Maybe quarantining and being homebound is a first for many amid the COVID-19 pandemic, but for Rora Blue, this is just a small glimpse into her everyday life.
In her new contemporary art series, “Sweet Dreams,” the 24-year-old disabled artist brings awareness to everyday ableist microaggressions. Her photography pieces delicately blend everyday objects associated with illness with colorful sticker-like words. I’ve followed the California-based artist for a couple years now, and I’m continually amazed by her work’s aesthetics paired with the weight of her societal commentary.
One of my favorite pieces of the series shows a picnic blanket with a pillow that reads “Honey, we’re all tired” in capital letters, surrounded by a colorful pill case and scattered pills. In another photo, “Maybe you aren’t trying hard enough” rests against concrete stairs, which can be associated with causing pain to people with mobility issues. Color dances through each photograph with pops of yellow, orange and pink.
She errs on the side of simplicity, emphasizing these environments where people with disabilities commonly find themselves. Pillows and blankets are pulled throughout the series. In another photo, a wheelchair sits in a field alone, reading “I could never live like that.” The scenes are often set outdoors on green grass, contributing to this idea of wanting to be somewhere else as if in a dream and using empty space to draw spectators into the messages as if the objects themselves are saying them.
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“Ableism is so deeply ingrained into our culture that ableist remarks are made casually and without thought because it’s ‘just what people say,’” Blue wrote in an email interview. “Whenever someone makes an ableist comment to me, I spend the rest of the day thinking about it and that person probably never gives it a second thought. That’s harmful.”
Blue said that when COVID-19 hit nearly a year ago, she was in a period of “very low mobility” as she suffered from a combination of chronic illnesses including late-stage neurological Lyme disease and postural orthostatic tachycardia syndrome. She found that other people’s lives started to look more like hers due to pandemic-induced isolation and with that came increased accessibility.
“Virtual access to gallery spaces, events, and school have been made a priority but only because the larger public has also needed access to these things,” she wrote. “I have greatly benefitted from having access to many of these things for the first time, but it is frustrating that they were never made a priority until able bodied people needed access too.”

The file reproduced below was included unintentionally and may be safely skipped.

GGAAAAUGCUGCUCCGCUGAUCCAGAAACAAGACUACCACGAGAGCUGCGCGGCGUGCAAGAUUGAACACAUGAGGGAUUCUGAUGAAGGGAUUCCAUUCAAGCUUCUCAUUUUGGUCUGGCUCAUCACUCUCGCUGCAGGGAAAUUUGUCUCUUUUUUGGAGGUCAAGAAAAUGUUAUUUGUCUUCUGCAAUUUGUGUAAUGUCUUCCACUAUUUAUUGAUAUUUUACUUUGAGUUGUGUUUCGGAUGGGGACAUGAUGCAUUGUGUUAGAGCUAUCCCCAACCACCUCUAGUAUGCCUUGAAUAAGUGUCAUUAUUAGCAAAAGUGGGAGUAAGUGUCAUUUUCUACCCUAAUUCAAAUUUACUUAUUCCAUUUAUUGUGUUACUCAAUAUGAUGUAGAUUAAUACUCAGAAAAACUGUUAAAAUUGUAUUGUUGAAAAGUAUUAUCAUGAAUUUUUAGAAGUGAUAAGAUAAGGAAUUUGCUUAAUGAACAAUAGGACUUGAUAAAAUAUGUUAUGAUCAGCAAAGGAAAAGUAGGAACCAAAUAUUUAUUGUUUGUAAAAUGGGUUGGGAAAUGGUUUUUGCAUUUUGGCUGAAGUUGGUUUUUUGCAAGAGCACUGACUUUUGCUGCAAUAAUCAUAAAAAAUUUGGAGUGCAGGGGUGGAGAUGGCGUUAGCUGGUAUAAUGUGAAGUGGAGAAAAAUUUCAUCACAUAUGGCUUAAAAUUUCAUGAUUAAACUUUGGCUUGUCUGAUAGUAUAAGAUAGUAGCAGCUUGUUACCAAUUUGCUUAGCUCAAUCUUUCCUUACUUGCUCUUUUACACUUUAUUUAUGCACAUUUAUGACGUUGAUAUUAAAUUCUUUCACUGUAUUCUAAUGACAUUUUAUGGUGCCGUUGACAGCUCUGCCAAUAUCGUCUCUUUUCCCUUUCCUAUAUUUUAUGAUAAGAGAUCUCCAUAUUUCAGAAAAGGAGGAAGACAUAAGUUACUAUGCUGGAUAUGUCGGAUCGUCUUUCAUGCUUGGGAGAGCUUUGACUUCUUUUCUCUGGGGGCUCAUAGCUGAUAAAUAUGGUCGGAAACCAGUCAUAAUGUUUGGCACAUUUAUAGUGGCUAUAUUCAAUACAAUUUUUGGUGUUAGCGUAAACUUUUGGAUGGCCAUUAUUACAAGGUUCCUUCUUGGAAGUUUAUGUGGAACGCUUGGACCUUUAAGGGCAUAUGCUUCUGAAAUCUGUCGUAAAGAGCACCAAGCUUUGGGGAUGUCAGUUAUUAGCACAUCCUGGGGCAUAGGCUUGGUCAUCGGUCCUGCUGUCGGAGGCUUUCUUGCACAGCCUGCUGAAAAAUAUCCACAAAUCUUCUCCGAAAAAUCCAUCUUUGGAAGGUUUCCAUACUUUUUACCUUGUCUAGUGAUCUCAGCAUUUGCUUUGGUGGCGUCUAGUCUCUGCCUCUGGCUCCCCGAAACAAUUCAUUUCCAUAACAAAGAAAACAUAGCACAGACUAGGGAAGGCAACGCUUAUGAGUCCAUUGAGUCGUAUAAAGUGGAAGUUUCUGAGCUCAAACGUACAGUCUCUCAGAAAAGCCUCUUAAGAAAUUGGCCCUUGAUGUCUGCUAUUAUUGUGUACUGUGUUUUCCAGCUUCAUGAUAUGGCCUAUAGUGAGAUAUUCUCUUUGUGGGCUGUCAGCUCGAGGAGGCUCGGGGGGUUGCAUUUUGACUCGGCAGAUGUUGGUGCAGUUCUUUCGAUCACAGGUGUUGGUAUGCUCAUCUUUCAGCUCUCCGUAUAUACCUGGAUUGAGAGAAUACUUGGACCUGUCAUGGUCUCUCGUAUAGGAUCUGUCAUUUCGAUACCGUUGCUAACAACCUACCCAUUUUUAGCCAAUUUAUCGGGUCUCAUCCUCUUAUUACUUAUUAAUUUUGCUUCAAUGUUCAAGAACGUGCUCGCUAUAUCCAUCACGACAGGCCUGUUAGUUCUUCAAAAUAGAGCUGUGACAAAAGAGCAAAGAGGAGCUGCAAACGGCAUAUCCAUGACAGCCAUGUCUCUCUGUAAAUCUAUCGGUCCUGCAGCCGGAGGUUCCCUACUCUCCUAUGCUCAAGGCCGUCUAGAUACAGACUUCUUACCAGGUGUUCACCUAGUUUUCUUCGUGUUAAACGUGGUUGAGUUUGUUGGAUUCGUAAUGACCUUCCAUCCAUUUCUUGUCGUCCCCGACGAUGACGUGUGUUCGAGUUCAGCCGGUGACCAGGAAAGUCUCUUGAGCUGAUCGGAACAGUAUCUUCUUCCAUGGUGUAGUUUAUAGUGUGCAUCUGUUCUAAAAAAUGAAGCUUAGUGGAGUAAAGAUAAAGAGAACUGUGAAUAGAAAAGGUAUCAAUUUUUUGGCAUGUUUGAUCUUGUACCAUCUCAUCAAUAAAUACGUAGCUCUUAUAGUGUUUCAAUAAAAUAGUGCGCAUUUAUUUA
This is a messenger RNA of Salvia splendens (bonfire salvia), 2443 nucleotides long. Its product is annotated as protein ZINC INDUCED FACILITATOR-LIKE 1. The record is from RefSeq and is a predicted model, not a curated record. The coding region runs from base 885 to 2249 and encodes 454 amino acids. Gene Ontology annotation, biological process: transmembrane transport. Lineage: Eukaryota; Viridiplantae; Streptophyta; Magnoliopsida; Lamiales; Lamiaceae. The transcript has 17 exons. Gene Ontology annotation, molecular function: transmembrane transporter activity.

As someone who has lived with chronic pain and mental illness, Blue’s series comes as a sigh of relief. While my experience hasn’t been as life-altering as Blue’s, I still resonate with the ableist statements she somehow makes beautiful. She showcases them as wrong to people who have never thought twice about them.
Her pieces are a catharsis from the anger that can rise from feeling misunderstood when you have an invisible illness. Mocking passive aggressive statements like “Are you better yet?” or “Have you tried doing yoga?” feels freeing.
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She not only brings awareness to invisible experiences, but brings those people with common experiences together. If you read the comments on any of her recent Instagram posts, you can hear from dozens of people whose experiences have been belittled as well.
Blue does something magical when she uses other people’s submissions to fuel her art. It moves away from an individual experience and into a collective one.
“I was really floored by how many people contributed to the conversation by sharing comments with me,” she wrote.
You might recognize Blue’s “Unsent Project,” a collection of customizable digital text message graphics that aims to associate the feeling of first love with colors. The project relies on the public to participate, and it has received over 900,000 submissions.
“I didn’t know that I was an artist when I started the ‘Unsent Project’ in 2015. I was just genuinely trying to connect with other people in online spaces and create something that could serve as an emotional outlet for them,” Blue wrote.
Blue is also known for her artistic statements on sexism and gender. Her 2016 project “Handle with Care” displays photographs of everyday sexist comments transposed onto underwear, balloons, skirts, soup and body parts using the color red. Women are faceless; their eyes never visible. This project actually served as inspiration for “Sweet Dreams,” Blue wrote.
This isn’t the first time she’s done a project on chronic illness either. In 2017, she did another photo-object oriented piece titled “Chronic Illness Reimagined As Something Glamorous.” She wears pills as earrings in one photo and she’s hooked up to an IV drip full of blue glitter in another. Her beautiful use of color and creative placement of various objects combines realism with synesthesia — a perceptual phenomenon that sometimes causes people to associate letters and numbers with different senses.
“I became aware of synesthesia a couple of years ago,” she wrote. “I’ve always been extremely color focused and associated people, months and emotions with colors.”
What do we have to look forward to from Blue? Currently, she’s working on a body of work similar to “Sweet Dreams” and “Handle with Care” that looks at everyday homophobic comments that have been said to her and others.